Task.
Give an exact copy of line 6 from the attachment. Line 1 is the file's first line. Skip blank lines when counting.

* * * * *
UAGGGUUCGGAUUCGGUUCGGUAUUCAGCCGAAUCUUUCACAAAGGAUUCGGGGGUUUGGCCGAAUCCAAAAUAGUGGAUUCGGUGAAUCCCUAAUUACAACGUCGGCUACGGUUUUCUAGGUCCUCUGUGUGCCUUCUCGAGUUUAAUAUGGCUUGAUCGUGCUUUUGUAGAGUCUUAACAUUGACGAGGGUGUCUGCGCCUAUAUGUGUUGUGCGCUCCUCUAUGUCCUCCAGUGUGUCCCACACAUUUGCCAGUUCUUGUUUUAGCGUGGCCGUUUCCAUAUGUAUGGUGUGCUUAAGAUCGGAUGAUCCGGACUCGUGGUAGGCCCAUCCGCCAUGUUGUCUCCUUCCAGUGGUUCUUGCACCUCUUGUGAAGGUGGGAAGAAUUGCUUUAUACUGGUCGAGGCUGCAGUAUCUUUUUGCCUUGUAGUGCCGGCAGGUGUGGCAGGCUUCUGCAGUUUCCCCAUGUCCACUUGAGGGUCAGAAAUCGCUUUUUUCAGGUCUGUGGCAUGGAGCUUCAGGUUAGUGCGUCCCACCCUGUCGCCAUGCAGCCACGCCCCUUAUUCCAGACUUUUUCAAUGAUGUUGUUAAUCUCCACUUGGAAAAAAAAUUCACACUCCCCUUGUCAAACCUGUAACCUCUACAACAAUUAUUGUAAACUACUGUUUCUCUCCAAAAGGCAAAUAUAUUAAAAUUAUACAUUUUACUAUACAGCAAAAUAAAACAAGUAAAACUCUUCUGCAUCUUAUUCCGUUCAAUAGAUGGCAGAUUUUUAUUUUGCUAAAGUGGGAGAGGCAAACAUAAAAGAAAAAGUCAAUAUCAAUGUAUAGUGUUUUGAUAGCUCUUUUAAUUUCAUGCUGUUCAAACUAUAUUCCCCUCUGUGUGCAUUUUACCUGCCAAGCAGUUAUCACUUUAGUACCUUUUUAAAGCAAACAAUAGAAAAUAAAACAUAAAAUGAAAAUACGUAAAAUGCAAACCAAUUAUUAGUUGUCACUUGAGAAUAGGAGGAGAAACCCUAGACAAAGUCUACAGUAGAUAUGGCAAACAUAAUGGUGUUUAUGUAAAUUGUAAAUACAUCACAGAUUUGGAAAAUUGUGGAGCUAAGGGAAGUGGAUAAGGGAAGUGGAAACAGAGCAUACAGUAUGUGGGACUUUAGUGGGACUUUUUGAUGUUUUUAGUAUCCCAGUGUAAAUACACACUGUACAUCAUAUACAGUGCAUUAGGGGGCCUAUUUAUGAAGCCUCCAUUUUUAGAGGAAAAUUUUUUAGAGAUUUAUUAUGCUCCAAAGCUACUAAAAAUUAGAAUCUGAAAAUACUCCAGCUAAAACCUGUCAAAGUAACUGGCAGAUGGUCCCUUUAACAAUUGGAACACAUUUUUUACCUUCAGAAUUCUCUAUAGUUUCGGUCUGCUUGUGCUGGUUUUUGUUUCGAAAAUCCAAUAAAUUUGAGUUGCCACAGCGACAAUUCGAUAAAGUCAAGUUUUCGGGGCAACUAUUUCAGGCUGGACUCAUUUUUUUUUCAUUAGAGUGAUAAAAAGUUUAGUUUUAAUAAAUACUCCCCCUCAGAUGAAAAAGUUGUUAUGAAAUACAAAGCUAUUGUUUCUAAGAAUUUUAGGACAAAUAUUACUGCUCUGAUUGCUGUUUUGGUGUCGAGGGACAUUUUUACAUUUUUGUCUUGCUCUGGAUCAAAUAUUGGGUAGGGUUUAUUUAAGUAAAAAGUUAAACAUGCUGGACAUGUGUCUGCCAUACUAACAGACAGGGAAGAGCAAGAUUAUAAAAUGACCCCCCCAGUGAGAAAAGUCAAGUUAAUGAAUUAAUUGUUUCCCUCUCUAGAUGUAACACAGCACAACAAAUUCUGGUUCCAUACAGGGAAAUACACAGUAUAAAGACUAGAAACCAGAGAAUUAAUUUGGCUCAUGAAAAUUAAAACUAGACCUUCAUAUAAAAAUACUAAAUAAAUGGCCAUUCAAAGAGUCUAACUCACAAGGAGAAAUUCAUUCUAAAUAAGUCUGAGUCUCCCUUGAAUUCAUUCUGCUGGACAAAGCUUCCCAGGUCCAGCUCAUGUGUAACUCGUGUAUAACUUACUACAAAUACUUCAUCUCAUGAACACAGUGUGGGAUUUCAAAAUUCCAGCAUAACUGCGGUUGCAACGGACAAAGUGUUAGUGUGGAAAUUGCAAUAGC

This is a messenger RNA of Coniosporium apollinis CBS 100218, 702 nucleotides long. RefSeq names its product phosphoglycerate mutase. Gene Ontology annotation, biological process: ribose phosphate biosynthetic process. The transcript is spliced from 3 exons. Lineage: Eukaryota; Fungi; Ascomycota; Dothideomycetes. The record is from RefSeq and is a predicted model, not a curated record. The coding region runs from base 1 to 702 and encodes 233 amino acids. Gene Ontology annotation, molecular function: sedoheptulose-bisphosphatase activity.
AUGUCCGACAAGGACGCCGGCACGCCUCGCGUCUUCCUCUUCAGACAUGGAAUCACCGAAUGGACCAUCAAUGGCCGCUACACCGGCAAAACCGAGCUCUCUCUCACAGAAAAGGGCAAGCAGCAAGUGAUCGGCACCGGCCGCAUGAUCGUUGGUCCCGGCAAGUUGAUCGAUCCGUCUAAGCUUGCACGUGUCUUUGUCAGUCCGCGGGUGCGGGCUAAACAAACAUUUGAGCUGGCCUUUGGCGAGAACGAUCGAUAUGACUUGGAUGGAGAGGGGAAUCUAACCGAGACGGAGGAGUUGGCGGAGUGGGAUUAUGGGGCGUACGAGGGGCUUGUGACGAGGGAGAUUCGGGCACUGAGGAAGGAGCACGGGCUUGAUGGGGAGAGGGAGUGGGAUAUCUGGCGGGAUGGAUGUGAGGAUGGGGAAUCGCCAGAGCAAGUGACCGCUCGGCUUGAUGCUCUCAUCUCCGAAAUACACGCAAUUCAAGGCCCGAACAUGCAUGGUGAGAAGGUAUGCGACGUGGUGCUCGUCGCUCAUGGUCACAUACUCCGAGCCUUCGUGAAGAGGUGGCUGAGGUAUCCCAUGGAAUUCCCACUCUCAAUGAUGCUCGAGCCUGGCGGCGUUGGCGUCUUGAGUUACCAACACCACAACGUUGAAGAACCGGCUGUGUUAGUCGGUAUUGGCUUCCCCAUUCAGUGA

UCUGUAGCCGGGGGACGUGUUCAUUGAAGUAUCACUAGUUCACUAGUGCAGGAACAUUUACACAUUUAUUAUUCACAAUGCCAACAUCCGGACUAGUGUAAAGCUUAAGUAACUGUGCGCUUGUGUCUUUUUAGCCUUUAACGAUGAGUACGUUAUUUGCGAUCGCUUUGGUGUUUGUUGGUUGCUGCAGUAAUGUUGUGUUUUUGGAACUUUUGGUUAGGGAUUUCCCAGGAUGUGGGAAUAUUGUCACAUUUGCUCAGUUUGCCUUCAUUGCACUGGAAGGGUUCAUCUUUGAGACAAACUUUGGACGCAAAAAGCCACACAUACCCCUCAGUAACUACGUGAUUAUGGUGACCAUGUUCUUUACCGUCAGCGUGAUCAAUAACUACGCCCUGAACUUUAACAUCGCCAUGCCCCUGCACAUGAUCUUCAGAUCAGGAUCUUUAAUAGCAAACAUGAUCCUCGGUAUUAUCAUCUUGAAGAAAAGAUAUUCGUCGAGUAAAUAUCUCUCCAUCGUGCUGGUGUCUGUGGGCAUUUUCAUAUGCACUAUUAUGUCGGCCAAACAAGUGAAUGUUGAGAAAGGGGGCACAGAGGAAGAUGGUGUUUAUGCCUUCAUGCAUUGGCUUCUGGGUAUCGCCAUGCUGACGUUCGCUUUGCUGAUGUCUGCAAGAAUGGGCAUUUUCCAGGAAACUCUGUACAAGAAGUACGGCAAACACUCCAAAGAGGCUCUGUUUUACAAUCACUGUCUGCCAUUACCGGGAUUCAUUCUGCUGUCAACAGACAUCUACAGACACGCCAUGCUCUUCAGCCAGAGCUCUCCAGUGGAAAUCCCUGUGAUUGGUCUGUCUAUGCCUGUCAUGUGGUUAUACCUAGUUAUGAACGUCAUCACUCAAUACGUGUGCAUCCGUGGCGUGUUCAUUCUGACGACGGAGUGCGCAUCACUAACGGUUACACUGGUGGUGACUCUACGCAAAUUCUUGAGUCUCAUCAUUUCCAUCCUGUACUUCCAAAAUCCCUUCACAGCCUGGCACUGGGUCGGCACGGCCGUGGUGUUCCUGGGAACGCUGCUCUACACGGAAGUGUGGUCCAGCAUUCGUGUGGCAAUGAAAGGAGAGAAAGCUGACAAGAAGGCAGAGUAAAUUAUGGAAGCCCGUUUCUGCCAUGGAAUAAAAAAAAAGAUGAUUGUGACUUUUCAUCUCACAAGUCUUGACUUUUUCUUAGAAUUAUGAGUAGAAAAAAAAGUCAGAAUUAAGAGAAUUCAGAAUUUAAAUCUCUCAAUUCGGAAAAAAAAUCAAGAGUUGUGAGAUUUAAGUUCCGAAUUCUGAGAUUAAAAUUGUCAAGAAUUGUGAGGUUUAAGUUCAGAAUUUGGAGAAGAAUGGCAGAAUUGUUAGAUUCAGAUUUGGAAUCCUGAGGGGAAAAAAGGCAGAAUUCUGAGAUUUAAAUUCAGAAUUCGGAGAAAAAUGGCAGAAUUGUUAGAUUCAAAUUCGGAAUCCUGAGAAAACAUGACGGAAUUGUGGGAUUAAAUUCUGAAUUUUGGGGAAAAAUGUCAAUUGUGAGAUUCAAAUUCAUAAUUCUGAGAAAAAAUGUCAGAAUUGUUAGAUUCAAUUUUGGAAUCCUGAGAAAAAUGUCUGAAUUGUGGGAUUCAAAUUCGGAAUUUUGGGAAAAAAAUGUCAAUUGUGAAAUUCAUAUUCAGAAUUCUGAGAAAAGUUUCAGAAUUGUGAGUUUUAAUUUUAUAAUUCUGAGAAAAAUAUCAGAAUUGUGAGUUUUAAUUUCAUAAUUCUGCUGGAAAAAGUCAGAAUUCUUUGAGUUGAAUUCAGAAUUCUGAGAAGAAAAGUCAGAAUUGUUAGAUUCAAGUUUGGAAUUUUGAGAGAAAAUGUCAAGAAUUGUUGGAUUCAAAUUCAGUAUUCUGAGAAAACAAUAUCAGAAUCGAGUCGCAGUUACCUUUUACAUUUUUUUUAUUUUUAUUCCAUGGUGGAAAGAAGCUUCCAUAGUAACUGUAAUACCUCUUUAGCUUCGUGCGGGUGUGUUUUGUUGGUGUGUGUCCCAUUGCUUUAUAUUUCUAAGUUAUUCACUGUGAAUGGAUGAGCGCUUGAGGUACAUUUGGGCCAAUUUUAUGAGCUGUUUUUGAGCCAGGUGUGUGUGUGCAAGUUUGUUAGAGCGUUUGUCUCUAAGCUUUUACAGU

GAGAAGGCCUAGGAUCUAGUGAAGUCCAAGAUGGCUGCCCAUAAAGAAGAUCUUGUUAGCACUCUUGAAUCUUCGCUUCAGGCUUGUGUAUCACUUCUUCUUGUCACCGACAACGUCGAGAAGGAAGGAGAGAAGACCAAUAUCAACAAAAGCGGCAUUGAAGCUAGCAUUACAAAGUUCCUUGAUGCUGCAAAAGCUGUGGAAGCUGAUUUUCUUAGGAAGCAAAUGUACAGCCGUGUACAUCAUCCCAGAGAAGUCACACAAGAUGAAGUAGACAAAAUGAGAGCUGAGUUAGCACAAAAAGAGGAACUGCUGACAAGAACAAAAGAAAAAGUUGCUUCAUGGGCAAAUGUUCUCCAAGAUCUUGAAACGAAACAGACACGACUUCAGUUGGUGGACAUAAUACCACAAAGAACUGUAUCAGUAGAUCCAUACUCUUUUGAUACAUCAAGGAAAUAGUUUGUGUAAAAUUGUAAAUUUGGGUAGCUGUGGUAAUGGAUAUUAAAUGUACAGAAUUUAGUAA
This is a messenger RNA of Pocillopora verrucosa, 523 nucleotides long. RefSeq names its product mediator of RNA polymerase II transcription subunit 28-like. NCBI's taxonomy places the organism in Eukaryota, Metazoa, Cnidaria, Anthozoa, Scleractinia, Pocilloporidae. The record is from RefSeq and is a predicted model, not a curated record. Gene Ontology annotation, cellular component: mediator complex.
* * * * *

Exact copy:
This is a messenger RNA of Pocillopora verrucosa, 523 nucleotides long. RefSeq names its product mediator of RNA polymerase II transcription subunit 28-like. NCBI's taxonomy places the organism in Eukaryota, Metazoa, Cnidaria, Anthozoa, Scleractinia, Pocilloporidae. The record is from RefSeq and is a predicted model, not a curated record. Gene Ontology annotation, cellular component: mediator complex.